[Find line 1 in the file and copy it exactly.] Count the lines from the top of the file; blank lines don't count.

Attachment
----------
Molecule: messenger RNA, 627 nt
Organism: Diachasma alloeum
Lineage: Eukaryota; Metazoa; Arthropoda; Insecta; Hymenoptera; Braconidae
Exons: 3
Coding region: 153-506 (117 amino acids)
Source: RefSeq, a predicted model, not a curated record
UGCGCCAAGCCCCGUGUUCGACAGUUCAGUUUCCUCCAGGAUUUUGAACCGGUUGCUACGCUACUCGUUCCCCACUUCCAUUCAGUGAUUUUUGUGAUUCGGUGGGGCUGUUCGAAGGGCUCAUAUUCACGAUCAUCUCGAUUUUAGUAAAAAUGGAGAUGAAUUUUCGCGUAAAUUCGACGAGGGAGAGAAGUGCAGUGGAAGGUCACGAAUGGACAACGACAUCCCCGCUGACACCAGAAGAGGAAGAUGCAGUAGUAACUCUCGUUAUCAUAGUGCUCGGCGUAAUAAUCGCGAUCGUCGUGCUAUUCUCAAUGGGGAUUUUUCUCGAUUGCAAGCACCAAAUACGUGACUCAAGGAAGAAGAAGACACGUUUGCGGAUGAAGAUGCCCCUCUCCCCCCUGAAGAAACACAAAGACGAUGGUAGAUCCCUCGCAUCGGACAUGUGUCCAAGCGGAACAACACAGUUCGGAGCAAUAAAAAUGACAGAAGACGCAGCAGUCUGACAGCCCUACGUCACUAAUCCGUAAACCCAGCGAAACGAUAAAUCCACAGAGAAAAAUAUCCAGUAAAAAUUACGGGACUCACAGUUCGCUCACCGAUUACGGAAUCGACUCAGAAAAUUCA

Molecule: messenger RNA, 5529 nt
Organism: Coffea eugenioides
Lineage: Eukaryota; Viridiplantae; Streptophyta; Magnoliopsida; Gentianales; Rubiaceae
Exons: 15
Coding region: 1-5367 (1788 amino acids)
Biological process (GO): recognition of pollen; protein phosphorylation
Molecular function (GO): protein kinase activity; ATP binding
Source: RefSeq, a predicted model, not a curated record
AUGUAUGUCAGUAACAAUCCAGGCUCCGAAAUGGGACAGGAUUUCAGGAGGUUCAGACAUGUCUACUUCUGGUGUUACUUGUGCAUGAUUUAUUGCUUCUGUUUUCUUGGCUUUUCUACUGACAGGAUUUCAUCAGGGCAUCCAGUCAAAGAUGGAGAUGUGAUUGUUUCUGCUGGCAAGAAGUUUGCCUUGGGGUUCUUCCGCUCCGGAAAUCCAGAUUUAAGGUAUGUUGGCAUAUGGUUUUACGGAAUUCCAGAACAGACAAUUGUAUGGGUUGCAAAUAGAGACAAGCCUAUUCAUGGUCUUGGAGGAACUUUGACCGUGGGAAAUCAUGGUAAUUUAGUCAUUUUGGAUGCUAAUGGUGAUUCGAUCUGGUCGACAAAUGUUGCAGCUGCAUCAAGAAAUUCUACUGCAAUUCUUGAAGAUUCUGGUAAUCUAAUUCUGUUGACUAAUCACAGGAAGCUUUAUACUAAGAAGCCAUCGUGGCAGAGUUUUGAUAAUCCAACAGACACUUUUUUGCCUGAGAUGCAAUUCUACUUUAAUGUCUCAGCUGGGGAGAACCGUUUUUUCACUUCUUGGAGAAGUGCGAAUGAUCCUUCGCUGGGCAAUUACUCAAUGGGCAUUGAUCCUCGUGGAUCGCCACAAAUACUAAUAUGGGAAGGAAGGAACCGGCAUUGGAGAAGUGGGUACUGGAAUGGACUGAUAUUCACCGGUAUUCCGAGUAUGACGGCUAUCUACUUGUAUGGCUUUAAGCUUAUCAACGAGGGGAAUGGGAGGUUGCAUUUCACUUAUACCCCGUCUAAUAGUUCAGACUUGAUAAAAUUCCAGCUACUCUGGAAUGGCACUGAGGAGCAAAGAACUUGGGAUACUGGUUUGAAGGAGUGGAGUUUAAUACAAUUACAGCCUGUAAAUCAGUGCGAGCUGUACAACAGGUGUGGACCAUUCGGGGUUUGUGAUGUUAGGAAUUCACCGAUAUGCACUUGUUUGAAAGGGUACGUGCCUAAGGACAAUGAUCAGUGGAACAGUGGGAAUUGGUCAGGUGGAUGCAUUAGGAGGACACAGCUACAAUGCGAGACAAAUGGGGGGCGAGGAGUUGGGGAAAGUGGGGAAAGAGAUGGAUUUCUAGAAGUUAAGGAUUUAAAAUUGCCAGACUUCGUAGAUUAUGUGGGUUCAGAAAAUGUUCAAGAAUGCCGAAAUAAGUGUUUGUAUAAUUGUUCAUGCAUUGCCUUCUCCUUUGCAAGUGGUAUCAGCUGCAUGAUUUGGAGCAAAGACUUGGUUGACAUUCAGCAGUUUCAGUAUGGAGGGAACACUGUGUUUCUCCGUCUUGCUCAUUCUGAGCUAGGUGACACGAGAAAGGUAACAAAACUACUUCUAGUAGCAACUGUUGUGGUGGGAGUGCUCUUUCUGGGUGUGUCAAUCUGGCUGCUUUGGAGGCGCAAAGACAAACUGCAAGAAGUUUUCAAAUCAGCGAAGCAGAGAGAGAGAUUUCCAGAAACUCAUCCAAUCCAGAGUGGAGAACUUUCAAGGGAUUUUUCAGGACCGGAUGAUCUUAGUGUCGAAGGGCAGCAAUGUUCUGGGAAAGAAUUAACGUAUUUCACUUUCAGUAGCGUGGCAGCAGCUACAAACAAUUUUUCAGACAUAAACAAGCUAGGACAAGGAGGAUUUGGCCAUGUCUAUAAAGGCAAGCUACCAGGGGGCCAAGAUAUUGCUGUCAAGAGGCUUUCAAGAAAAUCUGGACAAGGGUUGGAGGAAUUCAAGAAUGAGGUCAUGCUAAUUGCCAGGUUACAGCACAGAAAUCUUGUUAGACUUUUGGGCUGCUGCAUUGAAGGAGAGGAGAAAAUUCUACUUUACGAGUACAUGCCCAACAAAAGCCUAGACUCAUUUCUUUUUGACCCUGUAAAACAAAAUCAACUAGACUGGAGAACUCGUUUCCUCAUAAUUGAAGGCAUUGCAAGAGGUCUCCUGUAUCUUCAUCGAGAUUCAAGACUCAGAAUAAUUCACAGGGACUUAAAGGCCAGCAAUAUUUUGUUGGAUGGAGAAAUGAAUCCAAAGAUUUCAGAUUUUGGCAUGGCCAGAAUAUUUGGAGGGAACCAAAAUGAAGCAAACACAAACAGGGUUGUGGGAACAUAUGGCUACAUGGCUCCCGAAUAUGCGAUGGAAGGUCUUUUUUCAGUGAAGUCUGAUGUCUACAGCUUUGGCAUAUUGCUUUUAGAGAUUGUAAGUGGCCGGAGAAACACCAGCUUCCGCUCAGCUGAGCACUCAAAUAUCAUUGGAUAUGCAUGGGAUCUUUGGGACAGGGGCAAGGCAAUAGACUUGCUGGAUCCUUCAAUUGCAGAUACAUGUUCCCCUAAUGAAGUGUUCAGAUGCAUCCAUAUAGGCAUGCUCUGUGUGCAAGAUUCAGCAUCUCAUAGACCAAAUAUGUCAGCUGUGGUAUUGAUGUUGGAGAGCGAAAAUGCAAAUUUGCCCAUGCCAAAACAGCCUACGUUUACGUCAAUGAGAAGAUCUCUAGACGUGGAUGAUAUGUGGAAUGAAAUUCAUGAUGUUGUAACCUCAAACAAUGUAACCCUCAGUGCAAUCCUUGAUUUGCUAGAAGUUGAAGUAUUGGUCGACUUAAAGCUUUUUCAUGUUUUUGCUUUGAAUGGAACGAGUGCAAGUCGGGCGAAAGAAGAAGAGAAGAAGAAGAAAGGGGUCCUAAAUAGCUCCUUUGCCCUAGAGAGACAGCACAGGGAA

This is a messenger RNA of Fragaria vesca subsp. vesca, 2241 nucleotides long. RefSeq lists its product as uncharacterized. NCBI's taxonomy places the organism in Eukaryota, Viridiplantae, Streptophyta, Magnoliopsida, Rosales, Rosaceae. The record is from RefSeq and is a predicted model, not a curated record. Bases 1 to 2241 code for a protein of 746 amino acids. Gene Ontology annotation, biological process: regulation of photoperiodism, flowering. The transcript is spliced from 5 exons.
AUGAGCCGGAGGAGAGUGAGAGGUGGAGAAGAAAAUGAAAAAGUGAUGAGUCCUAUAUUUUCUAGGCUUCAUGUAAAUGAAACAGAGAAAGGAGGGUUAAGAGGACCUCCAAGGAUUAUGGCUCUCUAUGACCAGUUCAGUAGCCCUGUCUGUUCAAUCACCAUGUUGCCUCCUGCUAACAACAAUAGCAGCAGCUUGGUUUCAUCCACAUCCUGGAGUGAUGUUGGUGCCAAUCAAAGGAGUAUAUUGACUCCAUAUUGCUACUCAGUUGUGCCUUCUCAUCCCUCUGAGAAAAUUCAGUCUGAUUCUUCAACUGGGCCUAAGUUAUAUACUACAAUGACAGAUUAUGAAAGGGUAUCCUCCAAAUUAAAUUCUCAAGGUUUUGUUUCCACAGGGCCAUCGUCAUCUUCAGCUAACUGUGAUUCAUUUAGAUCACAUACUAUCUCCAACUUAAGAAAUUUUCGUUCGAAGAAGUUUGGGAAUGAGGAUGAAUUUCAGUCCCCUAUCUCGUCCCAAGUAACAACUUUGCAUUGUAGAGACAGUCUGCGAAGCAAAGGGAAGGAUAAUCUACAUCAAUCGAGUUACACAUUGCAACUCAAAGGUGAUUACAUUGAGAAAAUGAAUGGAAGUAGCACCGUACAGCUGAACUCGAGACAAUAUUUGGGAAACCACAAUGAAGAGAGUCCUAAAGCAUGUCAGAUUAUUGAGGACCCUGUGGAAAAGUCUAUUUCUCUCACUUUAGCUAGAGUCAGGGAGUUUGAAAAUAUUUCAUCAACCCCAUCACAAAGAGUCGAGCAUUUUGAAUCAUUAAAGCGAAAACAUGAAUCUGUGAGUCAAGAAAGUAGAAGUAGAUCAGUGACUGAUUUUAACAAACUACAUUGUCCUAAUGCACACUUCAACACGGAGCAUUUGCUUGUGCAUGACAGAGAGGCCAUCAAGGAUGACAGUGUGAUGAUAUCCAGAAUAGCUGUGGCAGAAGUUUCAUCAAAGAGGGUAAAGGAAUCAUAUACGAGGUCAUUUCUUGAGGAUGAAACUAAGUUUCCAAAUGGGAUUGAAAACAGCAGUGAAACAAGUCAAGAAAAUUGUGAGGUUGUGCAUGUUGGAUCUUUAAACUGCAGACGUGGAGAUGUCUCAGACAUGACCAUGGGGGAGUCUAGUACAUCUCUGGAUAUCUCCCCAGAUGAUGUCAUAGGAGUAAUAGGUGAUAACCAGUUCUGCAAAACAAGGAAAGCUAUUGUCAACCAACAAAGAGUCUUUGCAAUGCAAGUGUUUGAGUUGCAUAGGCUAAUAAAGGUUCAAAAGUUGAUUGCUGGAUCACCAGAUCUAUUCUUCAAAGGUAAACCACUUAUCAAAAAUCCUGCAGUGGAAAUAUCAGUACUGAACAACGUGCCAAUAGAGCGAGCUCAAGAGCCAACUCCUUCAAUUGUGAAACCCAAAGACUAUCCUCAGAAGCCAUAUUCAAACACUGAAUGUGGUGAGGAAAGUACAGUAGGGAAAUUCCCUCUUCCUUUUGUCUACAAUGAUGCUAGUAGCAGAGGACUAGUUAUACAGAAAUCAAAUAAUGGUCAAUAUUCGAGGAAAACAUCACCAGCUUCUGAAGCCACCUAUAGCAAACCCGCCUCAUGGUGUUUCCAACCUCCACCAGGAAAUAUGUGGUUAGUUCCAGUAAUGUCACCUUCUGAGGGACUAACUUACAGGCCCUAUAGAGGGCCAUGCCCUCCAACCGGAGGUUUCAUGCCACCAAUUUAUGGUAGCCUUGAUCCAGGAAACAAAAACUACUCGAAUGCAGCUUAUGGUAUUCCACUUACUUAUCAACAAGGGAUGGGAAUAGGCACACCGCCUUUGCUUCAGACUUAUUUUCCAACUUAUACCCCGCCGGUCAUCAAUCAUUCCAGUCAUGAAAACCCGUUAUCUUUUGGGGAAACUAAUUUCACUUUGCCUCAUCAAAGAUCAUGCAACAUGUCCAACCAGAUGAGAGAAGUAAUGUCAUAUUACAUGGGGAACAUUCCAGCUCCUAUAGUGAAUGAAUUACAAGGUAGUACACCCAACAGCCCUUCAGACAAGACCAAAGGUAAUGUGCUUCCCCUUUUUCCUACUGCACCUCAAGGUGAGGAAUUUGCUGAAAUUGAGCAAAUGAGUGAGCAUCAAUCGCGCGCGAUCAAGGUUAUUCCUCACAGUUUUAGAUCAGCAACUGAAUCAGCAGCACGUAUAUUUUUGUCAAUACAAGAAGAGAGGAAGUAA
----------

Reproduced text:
Molecule: messenger RNA, 627 nt